Concerning the smell, it gets more intense when the product is older, the acidity less aggressive. As for the taste, a more aged balsamic vinegar will be stronger in flavor, more complex, but at the same time smoother. Even the perception of the acidity will decrease when the balsamic gets more aged.
The type of wood used effects and characterizes the product: for example, cherry wood gives a more fruity flavor, juniper a more aromatic flavor, chestnut is more important for the color. For this reason it is better that a batteria contains different types of wood, so the result will be a blend of several flavors and fragrances.
Meg: During the tasting, we had balsamic vinegar on top of ice cream–a combination that would never occur to most Americans! Can you describe the role of balsamic vinegar in Italian cuisine and the variety of ways it is used?
Davide: Usually the commercial balsamic vinegar is mostly connected to the use on the salad or combined with olive oil to dip the bread. Traditional balsamic vinegar of Modena, instead, has a big variety of ways to be used, very often combinations that people would never expect. It can be used on different kinds of dishes, savory and sweet, cold or warm, with light or stronger flavors. Traditional balsamic vinegar is great on any kind of meat, fish, cheese (for example Parmigiano), on pasta, risotto, grilled vegetables, strawberries, gelato (ice-cream). To take advantage of its great nutritional properties and to exalt its aroma and flavor in the best way, it is important to use it only at the end of the preparation, natural, without cooking it. Few drops of it on the finished dish are enough and perfect to give the flavor to a recipe.
History of Villa San Donnino & Meaning of the Term Acetaia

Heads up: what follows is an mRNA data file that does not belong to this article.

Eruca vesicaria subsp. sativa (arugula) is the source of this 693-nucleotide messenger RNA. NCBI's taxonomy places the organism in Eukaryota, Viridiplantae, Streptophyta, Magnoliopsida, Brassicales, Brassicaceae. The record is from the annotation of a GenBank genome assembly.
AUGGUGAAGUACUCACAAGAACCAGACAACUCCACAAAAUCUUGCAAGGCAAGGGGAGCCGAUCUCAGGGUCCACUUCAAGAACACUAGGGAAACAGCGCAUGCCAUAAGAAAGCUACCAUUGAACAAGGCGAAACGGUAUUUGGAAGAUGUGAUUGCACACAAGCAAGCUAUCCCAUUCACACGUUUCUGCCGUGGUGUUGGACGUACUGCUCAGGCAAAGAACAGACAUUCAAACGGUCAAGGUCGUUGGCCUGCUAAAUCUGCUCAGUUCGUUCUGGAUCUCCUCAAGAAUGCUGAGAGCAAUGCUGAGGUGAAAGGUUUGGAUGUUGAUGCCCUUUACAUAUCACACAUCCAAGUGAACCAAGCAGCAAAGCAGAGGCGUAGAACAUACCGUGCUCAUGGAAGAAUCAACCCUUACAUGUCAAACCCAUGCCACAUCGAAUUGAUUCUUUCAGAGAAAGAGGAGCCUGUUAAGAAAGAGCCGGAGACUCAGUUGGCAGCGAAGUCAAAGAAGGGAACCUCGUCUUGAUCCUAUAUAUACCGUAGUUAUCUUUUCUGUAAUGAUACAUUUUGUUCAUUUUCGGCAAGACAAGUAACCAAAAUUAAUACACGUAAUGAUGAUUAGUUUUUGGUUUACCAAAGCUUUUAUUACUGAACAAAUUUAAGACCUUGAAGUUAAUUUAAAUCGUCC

Meg: What is the history of Acetaia Villa San Donnino?
Davide: I am the third generation in my family of balsamic vinegar producers. My grandfather started the family production in 1947 when he purchased the property. The tradition was handed down from my grandfather to my father, then from my father to me. I was born and grew up watching my father and grandfather doing this, so making balsamic vinegar is not only a business for me but overall a passion and part of my life. For my grandfather and father the balsamic vinegar making remained something just for the family and friends use and as a passion.
In the beginning of 2000 together with my wife Cristina I decided to turn my passion, experience and expertise into a business. So I became part of the Consortium and started new “batterias” of barrels in order to be able to sell my product as Traditional Balsamic Vinegar of Modena DOP. Of course I was able to have some product already good and ready thanks to the investment, work and time my family had put into it. Currently, the production of Acetaia Villa San Donnino for the DOP product (minimum 12 and minimum 25 year old) is about 350 liters per year, which means about 3500 bottles per year.
The term “Acetaia” is not recognized in the Italian dictionary and in fact there is not any exact translation of it into other languages. However, the use of this term has consolidated and is widespread in the Modena and Reggio Emilia area.
For sure, the origin of it is connected to the term “aceto”, meaning vinegar in English. In fact, it represents the spot dedicated to the long production and aging process of the “aceto”, more particularly “aceto balsamico tradizionale di Modena”, meaning traditional balsamic vinegar of Modena. The loft as the site to age the balsamic vinegar is optimal for the production of this specialty, as the change of temperature between day and night, summer and winter is necessary to turn it into balsamic vinegar.
We could say the acetaia represents for balsamic vinegar what wine cellars represent for the wine. Historically, acetaias were located in the loft or attic of country villas or city palaces. In fact, until a couple of centuries ago, the production of balsamic vinegar was restricted to the aristocratic class and wealthy families. For the last two centuries the acetaia have been diffusing much more even among other social classes and nowadays it is very common to find one in any part of the two provinces of Modena and Reggio Emilia. Our activity is especially aimed at promoting and raising awareness of the product in people both in Italy and abroad. There is still a lot to do to increase the knowledge about the traditional balsamic vinegar all around the world and our main satisfaction is when our guests leave the Acetaia with an acquaintance and more respect of the product.